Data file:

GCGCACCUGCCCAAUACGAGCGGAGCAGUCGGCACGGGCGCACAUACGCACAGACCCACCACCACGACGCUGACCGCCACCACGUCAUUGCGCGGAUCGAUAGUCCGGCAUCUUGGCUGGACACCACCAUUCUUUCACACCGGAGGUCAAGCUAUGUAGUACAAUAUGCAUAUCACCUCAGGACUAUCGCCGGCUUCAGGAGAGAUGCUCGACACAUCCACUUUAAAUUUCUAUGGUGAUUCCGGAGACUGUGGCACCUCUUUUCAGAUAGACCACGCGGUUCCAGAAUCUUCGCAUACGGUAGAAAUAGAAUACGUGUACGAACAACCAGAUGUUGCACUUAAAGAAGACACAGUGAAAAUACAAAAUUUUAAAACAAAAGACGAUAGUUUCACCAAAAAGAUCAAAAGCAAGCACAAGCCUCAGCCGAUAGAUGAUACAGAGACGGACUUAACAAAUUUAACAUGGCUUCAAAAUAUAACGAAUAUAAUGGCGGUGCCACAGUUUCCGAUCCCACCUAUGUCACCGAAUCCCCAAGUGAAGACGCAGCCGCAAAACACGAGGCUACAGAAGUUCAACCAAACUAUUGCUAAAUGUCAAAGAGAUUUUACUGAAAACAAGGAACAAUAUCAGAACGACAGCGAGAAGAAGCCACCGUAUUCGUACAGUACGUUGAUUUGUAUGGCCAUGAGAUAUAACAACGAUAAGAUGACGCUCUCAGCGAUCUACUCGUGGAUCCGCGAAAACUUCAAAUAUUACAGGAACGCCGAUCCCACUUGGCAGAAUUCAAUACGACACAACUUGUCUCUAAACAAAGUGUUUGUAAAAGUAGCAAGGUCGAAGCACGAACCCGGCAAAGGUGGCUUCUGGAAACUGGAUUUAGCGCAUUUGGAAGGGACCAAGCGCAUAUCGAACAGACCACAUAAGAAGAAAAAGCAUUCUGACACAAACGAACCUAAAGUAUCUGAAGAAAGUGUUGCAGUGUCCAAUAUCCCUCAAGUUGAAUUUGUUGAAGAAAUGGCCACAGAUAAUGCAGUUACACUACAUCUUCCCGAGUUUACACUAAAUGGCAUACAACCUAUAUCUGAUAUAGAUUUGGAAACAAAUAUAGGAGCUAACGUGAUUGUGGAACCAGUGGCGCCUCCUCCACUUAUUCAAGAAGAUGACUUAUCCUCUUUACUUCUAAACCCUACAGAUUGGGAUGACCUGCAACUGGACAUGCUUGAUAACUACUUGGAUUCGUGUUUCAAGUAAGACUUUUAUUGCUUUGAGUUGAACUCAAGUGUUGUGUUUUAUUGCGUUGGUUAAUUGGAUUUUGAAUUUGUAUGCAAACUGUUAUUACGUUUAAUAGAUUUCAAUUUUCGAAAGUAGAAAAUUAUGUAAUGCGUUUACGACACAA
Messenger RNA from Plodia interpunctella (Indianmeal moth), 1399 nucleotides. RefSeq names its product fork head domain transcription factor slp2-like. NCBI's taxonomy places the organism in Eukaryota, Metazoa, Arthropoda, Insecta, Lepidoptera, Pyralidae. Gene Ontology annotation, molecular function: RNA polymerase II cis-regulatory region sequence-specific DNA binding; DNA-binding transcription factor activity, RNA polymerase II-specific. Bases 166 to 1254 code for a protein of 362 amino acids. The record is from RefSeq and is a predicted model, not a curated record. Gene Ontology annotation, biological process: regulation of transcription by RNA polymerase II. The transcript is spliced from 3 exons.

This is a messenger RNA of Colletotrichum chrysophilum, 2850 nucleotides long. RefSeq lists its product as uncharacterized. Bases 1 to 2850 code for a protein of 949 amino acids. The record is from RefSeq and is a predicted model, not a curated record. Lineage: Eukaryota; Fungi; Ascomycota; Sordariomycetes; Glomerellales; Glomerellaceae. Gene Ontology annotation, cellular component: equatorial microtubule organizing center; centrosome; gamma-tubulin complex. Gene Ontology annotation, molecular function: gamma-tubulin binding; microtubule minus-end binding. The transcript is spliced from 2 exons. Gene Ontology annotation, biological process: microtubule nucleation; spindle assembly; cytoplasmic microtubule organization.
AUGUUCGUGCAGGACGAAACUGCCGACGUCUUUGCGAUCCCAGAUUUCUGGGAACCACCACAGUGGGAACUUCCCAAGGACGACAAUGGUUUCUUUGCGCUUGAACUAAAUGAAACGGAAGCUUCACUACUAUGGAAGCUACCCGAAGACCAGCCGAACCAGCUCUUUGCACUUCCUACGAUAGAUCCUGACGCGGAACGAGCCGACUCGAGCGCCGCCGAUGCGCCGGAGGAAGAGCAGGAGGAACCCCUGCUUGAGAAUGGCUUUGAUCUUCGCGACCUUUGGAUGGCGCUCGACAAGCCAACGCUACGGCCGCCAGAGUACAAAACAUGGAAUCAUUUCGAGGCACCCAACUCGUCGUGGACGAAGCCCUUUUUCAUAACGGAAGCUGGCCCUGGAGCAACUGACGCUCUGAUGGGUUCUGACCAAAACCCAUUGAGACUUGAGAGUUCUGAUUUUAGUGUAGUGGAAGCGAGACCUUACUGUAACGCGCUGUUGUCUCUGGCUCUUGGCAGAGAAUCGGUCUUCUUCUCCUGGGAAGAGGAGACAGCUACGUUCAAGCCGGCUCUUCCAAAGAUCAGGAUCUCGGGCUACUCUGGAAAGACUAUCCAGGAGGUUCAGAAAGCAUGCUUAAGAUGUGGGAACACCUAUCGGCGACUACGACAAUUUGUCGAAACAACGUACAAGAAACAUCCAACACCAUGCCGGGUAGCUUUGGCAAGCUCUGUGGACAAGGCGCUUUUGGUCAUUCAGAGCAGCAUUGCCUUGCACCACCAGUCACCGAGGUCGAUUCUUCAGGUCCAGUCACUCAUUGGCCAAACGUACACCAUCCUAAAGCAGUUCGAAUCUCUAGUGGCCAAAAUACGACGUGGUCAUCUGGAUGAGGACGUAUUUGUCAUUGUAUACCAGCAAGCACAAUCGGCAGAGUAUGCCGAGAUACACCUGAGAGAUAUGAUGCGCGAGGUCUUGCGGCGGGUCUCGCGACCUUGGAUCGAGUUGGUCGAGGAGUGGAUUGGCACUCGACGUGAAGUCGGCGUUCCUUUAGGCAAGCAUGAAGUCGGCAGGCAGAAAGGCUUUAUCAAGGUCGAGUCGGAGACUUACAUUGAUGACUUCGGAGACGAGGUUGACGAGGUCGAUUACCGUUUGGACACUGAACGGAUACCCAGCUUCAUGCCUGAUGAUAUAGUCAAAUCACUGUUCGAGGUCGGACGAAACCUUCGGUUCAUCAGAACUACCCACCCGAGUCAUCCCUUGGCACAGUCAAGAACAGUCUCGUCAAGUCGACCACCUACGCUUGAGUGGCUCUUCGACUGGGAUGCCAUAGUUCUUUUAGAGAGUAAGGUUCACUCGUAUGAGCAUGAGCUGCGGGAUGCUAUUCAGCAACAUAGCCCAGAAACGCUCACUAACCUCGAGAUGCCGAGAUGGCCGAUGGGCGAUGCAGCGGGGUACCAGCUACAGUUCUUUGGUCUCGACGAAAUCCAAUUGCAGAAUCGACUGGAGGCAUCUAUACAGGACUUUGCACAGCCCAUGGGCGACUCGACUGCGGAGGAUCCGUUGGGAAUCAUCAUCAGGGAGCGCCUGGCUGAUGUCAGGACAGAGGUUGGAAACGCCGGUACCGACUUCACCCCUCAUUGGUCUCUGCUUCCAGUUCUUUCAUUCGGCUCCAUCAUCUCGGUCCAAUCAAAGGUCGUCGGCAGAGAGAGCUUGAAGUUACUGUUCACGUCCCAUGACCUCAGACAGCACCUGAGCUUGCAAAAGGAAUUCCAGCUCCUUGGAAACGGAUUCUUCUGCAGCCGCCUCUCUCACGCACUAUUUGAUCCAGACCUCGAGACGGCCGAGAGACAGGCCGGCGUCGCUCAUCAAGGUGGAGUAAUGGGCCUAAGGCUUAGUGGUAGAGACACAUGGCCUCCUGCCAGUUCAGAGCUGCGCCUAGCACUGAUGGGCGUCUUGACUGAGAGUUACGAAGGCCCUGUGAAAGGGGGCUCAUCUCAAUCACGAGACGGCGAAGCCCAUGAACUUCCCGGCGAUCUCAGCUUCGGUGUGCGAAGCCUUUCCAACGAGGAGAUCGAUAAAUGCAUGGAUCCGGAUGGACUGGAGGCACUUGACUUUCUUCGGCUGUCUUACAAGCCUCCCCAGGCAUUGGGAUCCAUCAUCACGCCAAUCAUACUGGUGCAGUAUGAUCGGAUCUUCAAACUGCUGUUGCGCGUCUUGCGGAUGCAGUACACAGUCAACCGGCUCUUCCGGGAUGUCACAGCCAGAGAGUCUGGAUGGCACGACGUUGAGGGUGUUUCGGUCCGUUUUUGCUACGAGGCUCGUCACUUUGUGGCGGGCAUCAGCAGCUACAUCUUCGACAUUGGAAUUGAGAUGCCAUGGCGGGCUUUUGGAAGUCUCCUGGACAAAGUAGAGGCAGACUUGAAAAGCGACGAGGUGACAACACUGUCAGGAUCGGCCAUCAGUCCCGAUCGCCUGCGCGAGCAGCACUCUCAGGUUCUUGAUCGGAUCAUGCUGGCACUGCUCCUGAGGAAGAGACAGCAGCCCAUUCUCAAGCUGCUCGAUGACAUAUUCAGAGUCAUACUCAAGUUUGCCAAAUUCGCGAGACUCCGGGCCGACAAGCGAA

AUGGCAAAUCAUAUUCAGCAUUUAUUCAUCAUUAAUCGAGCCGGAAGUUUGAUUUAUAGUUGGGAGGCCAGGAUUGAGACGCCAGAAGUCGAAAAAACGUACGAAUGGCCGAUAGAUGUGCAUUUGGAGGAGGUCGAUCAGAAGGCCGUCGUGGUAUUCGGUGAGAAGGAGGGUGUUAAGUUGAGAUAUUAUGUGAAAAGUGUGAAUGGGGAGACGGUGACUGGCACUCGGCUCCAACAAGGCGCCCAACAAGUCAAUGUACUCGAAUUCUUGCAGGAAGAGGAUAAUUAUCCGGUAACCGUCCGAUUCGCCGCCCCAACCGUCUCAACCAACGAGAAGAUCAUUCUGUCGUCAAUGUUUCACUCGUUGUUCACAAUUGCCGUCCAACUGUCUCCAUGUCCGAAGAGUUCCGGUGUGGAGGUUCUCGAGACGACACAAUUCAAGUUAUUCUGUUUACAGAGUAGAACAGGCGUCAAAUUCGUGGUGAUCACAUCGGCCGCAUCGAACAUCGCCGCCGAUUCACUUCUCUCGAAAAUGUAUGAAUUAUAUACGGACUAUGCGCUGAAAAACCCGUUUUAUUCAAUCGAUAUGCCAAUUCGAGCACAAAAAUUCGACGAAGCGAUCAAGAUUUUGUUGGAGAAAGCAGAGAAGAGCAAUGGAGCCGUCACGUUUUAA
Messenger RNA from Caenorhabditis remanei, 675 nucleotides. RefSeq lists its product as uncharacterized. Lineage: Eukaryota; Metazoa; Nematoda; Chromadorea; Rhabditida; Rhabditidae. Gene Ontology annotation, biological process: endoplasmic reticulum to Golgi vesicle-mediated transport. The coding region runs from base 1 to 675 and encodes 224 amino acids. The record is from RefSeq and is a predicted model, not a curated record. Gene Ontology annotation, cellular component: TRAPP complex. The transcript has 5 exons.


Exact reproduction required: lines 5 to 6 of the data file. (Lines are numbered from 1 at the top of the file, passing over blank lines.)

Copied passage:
AUGGCAAAUCAUAUUCAGCAUUUAUUCAUCAUUAAUCGAGCCGGAAGUUUGAUUUAUAGUUGGGAGGCCAGGAUUGAGACGCCAGAAGUCGAAAAAACGUACGAAUGGCCGAUAGAUGUGCAUUUGGAGGAGGUCGAUCAGAAGGCCGUCGUGGUAUUCGGUGAGAAGGAGGGUGUUAAGUUGAGAUAUUAUGUGAAAAGUGUGAAUGGGGAGACGGUGACUGGCACUCGGCUCCAACAAGGCGCCCAACAAGUCAAUGUACUCGAAUUCUUGCAGGAAGAGGAUAAUUAUCCGGUAACCGUCCGAUUCGCCGCCCCAACCGUCUCAACCAACGAGAAGAUCAUUCUGUCGUCAAUGUUUCACUCGUUGUUCACAAUUGCCGUCCAACUGUCUCCAUGUCCGAAGAGUUCCGGUGUGGAGGUUCUCGAGACGACACAAUUCAAGUUAUUCUGUUUACAGAGUAGAACAGGCGUCAAAUUCGUGGUGAUCACAUCGGCCGCAUCGAACAUCGCCGCCGAUUCACUUCUCUCGAAAAUGUAUGAAUUAUAUACGGACUAUGCGCUGAAAAACCCGUUUUAUUCAAUCGAUAUGCCAAUUCGAGCACAAAAAUUCGACGAAGCGAUCAAGAUUUUGUUGGAGAAAGCAGAGAAGAGCAAUGGAGCCGUCACGUUUUAA
Messenger RNA from Caenorhabditis remanei, 675 nucleotides. RefSeq lists its product as uncharacterized. Lineage: Eukaryota; Metazoa; Nematoda; Chromadorea; Rhabditida; Rhabditidae. Gene Ontology annotation, biological process: endoplasmic reticulum to Golgi vesicle-mediated transport. The coding region runs from base 1 to 675 and encodes 224 amino acids. The record is from RefSeq and is a predicted model, not a curated record. Gene Ontology annotation, cellular component: TRAPP complex. The transcript has 5 exons.